Church of St. John the Baptist
|Autonomous community||Castile and León|
|Comarca||Tierra de Campos|
|• Mayor||César Javier Pérez Andrés (PP)|
|• Total||34,69 km2 (1,339 sq mi)|
|Elevation||780 m (2,560 ft)|
|• Density||0.057/km2 (0.15/sq mi)|
|Time zone||UTC+1 (CET)|
|• Summer (DST)||UTC+2 (CEST)|
The lands within the borders of the current municipality of Santoyo were populated since, at least, classical antiquity. In the Sarnallano moor some material remains of a vaccaean fort can be found. The "Las Quintanas" Roman villa was built in the Late_Roman_Empire, probably in the 4th century - in the 1990s archaeologists discovered amongst its ruins an oven, a hypocaustum, some pottery (both terra sigillata and common) and a well full of debris.
All settlements were abandoned as a consequence of the downfall of the Visigothic Kingdom. The current Santoyo is the result of a resettlement carried out in September 988 (late 10th century) under Fernán de Armentales, a vassal of count García Fernández of Castile. The name of the town itself is most probably derived from the latin Sanctus Ioannes. In the 11th century it was a fortified town, but very scarce remains of the wall have survived.
Church of St. John the Baptist
Built as a romanesque church in the late 12th century, only some windows in the central nave display this initial style. The bell tower (late 13th century) transitions to Gothic. The transept, presbytery and apse are built in late, Flamboyant Gothic (15th century) similar in style to the contemporary parts of Burgos cathedral, by Juan de Arce and Martín de Solórzano. The church's main, southern entrance is covered by a plateresque portico, known as the patriarch's portico, having been funded by Antonio de Rojas Manrique, Patriarch of the West Indies in the 16th century.
Inside the church, the most relevant element is the renaissance reredos, funded by Sebastián Cordero de Nevares. Additionally, a visigothic baptismal font and a plateresque (15th century) walnut wood pulpit can be found. The choir features a baroque organ, built in 1738 by Pedro Merino de la Rosa, carved walnut choir stalls finished in 1750 and a sixteenth-century mudéjar wooden ceiling (1490-1510).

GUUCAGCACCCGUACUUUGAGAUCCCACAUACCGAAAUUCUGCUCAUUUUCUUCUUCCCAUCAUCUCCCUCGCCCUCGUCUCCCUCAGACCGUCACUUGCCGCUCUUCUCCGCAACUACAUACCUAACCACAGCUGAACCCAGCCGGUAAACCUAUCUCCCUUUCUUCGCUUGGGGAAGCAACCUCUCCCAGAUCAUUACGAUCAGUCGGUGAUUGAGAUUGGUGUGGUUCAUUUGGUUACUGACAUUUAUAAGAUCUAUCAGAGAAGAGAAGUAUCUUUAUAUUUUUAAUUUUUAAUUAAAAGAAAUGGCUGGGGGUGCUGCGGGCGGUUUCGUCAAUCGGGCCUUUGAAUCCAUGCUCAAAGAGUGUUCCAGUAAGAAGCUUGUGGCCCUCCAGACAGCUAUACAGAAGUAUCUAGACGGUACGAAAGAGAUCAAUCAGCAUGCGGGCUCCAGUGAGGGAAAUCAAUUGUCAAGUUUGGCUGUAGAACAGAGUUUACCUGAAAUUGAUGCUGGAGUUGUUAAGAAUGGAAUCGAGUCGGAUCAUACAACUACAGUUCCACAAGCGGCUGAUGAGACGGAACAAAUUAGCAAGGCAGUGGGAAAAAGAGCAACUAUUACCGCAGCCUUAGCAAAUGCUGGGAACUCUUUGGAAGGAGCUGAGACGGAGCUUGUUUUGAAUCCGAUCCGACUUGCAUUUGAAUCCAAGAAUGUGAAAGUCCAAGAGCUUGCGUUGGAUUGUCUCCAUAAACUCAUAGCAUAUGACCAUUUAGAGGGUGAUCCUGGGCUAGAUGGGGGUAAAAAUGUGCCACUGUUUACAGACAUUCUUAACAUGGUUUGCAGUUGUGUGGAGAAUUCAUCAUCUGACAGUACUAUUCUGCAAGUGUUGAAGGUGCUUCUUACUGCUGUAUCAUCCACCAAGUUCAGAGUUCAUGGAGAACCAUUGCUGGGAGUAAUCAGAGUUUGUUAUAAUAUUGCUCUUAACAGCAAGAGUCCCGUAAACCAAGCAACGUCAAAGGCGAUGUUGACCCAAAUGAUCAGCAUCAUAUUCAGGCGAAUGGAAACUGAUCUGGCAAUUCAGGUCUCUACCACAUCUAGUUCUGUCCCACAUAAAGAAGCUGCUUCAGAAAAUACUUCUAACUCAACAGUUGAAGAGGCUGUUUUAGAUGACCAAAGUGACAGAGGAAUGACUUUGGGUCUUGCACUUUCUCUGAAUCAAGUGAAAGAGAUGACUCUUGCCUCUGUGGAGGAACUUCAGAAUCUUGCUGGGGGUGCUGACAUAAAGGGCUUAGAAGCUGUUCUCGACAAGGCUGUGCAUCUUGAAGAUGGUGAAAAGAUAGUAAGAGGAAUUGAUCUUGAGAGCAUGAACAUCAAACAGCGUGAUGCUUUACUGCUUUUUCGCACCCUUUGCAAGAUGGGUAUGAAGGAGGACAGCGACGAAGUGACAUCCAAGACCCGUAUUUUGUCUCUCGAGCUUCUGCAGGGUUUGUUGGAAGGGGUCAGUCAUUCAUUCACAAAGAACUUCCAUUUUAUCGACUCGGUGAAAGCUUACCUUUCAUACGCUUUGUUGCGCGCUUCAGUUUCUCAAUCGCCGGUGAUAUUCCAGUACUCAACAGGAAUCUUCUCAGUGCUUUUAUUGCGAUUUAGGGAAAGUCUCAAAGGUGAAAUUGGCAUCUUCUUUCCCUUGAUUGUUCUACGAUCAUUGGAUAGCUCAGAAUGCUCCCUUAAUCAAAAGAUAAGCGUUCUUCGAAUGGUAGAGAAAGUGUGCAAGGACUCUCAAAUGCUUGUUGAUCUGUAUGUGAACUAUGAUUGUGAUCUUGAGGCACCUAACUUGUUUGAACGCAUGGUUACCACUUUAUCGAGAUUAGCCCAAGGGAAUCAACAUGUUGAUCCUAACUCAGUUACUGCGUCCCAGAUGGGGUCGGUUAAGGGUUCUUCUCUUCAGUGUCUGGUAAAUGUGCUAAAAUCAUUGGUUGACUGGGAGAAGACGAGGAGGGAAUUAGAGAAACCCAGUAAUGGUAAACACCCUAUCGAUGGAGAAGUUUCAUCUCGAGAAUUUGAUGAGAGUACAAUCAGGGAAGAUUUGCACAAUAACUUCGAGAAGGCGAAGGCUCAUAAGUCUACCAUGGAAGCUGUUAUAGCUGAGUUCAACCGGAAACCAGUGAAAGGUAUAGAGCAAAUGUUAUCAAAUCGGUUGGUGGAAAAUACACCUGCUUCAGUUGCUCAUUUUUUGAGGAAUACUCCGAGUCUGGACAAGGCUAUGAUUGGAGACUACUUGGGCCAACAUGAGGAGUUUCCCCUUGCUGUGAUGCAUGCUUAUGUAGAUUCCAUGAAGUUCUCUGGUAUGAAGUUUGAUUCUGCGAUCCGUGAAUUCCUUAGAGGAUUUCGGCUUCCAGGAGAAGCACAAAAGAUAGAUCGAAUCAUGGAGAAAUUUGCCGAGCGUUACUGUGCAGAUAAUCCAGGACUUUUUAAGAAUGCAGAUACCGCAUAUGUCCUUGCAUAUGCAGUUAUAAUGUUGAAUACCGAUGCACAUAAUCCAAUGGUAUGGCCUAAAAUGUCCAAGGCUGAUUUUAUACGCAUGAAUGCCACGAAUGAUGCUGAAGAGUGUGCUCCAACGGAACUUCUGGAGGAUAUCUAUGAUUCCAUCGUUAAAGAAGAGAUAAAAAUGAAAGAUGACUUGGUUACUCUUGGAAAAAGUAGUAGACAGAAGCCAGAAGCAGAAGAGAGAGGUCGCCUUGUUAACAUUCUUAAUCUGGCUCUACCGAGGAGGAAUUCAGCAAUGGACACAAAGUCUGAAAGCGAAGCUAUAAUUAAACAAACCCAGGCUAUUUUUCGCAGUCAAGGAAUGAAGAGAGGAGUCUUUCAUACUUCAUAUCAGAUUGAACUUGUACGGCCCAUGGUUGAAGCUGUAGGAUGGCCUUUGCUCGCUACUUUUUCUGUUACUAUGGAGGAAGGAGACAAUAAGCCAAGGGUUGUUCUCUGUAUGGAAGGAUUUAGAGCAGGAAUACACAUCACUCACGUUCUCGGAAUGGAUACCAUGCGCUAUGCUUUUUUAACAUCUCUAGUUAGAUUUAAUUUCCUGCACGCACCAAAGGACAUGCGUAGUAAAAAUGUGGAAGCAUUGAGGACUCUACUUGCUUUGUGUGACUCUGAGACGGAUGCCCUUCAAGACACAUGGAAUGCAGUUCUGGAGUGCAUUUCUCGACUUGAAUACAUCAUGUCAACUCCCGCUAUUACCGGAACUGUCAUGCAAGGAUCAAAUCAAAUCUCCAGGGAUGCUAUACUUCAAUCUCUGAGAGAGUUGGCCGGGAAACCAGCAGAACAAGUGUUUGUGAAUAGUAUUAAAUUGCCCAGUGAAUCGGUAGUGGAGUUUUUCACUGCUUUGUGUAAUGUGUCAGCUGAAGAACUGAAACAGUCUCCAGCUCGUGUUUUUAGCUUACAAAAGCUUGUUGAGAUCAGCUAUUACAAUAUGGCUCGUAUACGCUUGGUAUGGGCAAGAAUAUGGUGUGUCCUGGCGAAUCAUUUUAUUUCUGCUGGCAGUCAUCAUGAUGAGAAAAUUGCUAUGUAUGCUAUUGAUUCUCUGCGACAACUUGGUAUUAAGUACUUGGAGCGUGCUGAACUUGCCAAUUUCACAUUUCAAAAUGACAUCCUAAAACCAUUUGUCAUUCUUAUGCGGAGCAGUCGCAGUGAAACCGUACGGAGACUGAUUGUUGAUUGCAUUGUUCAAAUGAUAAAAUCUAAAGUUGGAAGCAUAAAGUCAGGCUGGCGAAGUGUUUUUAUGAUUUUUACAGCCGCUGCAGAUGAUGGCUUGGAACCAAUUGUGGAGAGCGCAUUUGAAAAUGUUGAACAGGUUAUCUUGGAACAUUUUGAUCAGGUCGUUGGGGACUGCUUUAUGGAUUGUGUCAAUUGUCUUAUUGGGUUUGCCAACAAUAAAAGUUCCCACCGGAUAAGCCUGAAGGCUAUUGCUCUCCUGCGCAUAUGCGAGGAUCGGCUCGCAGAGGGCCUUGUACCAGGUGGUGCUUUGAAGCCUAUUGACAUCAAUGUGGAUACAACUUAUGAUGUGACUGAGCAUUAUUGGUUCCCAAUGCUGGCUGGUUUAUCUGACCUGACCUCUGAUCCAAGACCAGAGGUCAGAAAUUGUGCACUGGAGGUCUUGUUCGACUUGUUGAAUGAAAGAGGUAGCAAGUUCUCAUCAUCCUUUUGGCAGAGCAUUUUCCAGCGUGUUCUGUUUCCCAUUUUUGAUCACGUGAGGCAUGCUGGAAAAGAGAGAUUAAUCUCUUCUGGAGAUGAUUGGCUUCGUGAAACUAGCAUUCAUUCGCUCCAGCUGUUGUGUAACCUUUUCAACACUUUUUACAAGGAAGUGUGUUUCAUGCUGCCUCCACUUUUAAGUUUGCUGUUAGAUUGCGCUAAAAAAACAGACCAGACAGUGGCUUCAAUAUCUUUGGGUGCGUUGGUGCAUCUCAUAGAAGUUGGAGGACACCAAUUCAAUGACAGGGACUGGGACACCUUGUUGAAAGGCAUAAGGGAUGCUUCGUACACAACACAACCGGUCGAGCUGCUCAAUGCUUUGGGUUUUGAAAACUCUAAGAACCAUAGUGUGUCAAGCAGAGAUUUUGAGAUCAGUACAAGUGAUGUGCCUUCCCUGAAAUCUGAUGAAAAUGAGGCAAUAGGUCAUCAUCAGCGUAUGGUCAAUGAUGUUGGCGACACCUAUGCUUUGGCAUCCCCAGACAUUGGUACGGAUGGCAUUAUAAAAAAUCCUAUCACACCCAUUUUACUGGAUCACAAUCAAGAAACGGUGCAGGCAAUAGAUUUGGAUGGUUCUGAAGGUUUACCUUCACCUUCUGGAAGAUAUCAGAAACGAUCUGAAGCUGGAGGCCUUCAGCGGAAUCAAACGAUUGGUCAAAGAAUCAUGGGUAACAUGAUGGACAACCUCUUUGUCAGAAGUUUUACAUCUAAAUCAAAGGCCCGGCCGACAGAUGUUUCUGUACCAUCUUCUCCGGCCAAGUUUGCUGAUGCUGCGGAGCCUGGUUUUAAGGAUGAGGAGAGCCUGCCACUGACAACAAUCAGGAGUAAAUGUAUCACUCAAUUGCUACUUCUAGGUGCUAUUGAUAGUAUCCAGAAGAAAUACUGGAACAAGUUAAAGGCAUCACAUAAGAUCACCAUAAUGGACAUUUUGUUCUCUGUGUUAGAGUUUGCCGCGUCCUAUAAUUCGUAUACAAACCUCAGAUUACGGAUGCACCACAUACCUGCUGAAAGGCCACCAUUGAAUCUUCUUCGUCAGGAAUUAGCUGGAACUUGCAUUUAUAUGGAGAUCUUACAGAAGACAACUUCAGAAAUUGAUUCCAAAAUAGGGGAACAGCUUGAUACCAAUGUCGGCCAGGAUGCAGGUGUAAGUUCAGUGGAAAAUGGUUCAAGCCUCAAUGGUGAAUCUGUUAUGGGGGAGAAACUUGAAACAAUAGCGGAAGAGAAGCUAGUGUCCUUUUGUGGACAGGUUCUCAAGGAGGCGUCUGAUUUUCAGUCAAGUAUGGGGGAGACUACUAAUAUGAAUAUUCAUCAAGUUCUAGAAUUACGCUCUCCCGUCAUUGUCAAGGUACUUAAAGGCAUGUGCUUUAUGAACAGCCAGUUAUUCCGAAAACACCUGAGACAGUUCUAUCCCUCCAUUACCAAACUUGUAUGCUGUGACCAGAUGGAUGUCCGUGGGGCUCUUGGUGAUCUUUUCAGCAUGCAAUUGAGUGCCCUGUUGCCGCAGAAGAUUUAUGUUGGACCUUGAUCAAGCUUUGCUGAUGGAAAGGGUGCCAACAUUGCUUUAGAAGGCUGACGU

The church has been listed as a Bien de Interés Cultural.
- Chapel of Nuestra Señora de Quintanilla.
- Las Quintanas Roman villa.
- Rollo de justicia: a pillar with combined functions of pillory and perron. It is, in reality, a 20th century reconstruction of an earlier rollo places outside the town, and some of its parts have different origins. It was built in 1977 to celebrate the 600th anniversary of the birth of Fray Pedro de Santoyo, a franciscan, founder of the Villasilos monastery. It has been listed as Bien de Interés Cultural
- Centro Temático del Palomar (Thematic dovecote centre): Built inside a traditional farmhouse in 2007, it explains the dove-keeping and dovecote architectural traditions in Tierra de Campos.
- Sebastián Cordero de Nevares (Santoyo, 1528 - c. 1580 ). Adviser (Royal Secretary) to king Philip II
- Isaac María Toribios Ramos (Santoyo, 11 April 1897 - Santo Domingo de Silos, 6 November 1961), abbot of Santo Domingo de Silos between 1944 and 1961.
- "Municipal Register of Spain 2018". National Statistics Institute. Retrieved 11 April 2019.
- Portal santoyo.es.
- Portal municipal. Palomares y Centro Temático del Palomar.
- Noticia sobre la muerte del abad Dom Isaac María Toribios. En ABC.
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